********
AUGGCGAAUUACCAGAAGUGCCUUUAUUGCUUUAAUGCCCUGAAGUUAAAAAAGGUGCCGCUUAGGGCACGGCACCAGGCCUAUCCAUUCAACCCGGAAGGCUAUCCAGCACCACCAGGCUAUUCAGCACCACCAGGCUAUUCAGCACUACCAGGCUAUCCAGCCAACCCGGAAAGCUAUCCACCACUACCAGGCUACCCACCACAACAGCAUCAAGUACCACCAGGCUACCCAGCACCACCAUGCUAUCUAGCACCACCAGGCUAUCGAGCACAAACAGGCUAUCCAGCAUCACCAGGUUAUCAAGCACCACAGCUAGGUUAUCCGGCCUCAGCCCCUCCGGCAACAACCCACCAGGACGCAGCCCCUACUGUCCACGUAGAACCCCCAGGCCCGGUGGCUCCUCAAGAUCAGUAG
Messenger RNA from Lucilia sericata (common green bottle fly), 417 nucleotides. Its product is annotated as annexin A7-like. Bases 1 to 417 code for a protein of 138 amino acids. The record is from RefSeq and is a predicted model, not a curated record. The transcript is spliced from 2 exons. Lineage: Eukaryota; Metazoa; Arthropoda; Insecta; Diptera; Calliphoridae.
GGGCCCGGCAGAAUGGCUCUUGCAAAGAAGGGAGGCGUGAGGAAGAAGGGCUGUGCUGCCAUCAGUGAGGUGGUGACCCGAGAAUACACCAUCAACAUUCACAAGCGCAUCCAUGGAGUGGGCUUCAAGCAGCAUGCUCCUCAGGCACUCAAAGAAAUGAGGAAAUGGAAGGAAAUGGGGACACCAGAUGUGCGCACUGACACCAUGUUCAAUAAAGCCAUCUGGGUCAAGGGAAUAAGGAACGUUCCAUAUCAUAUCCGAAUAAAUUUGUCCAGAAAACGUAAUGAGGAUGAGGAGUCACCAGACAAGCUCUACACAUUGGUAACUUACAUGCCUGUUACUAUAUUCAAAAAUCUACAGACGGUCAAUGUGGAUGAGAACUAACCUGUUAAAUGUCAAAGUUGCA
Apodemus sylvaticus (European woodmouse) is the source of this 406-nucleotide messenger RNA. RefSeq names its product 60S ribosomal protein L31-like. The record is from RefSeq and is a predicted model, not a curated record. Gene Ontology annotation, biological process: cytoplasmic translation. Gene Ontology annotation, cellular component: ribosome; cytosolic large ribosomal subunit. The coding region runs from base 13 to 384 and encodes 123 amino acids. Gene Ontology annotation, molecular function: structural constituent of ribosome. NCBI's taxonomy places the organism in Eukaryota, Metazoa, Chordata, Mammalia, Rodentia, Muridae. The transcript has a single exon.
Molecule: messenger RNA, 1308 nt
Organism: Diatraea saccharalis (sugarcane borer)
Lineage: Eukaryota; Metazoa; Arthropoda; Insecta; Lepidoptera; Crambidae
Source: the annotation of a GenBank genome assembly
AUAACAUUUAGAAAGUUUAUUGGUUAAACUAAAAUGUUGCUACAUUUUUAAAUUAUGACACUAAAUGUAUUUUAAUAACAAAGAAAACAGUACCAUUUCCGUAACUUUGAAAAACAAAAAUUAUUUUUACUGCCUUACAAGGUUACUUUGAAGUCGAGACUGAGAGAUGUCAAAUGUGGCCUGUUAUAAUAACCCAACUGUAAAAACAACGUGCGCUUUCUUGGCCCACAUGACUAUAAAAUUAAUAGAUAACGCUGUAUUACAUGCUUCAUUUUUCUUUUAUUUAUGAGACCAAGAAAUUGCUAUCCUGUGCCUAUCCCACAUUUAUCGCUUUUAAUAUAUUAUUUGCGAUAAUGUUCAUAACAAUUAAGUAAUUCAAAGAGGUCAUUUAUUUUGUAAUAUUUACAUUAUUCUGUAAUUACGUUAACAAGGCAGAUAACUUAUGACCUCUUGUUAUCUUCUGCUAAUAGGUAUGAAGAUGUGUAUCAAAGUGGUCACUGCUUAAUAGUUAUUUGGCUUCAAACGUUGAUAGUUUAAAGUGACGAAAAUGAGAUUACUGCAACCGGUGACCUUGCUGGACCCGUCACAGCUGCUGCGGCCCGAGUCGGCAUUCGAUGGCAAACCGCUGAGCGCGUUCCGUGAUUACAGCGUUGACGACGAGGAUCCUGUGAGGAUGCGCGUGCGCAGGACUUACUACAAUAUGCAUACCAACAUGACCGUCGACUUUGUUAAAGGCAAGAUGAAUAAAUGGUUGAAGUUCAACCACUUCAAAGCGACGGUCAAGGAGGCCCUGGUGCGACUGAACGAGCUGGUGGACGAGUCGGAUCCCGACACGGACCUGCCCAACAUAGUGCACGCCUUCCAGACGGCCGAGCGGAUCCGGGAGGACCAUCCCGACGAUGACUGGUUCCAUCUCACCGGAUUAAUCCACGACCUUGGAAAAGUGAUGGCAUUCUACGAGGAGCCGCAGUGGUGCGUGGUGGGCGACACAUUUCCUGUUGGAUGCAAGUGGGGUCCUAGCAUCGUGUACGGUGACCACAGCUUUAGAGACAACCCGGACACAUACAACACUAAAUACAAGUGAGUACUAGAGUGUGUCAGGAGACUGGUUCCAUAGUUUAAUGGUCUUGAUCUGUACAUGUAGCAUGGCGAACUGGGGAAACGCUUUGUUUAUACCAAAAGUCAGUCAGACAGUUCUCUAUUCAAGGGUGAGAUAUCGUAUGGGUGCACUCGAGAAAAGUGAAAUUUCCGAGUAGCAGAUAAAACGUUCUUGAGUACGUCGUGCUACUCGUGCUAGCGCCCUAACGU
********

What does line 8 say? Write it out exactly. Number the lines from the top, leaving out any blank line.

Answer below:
Source: the annotation of a GenBank genome assembly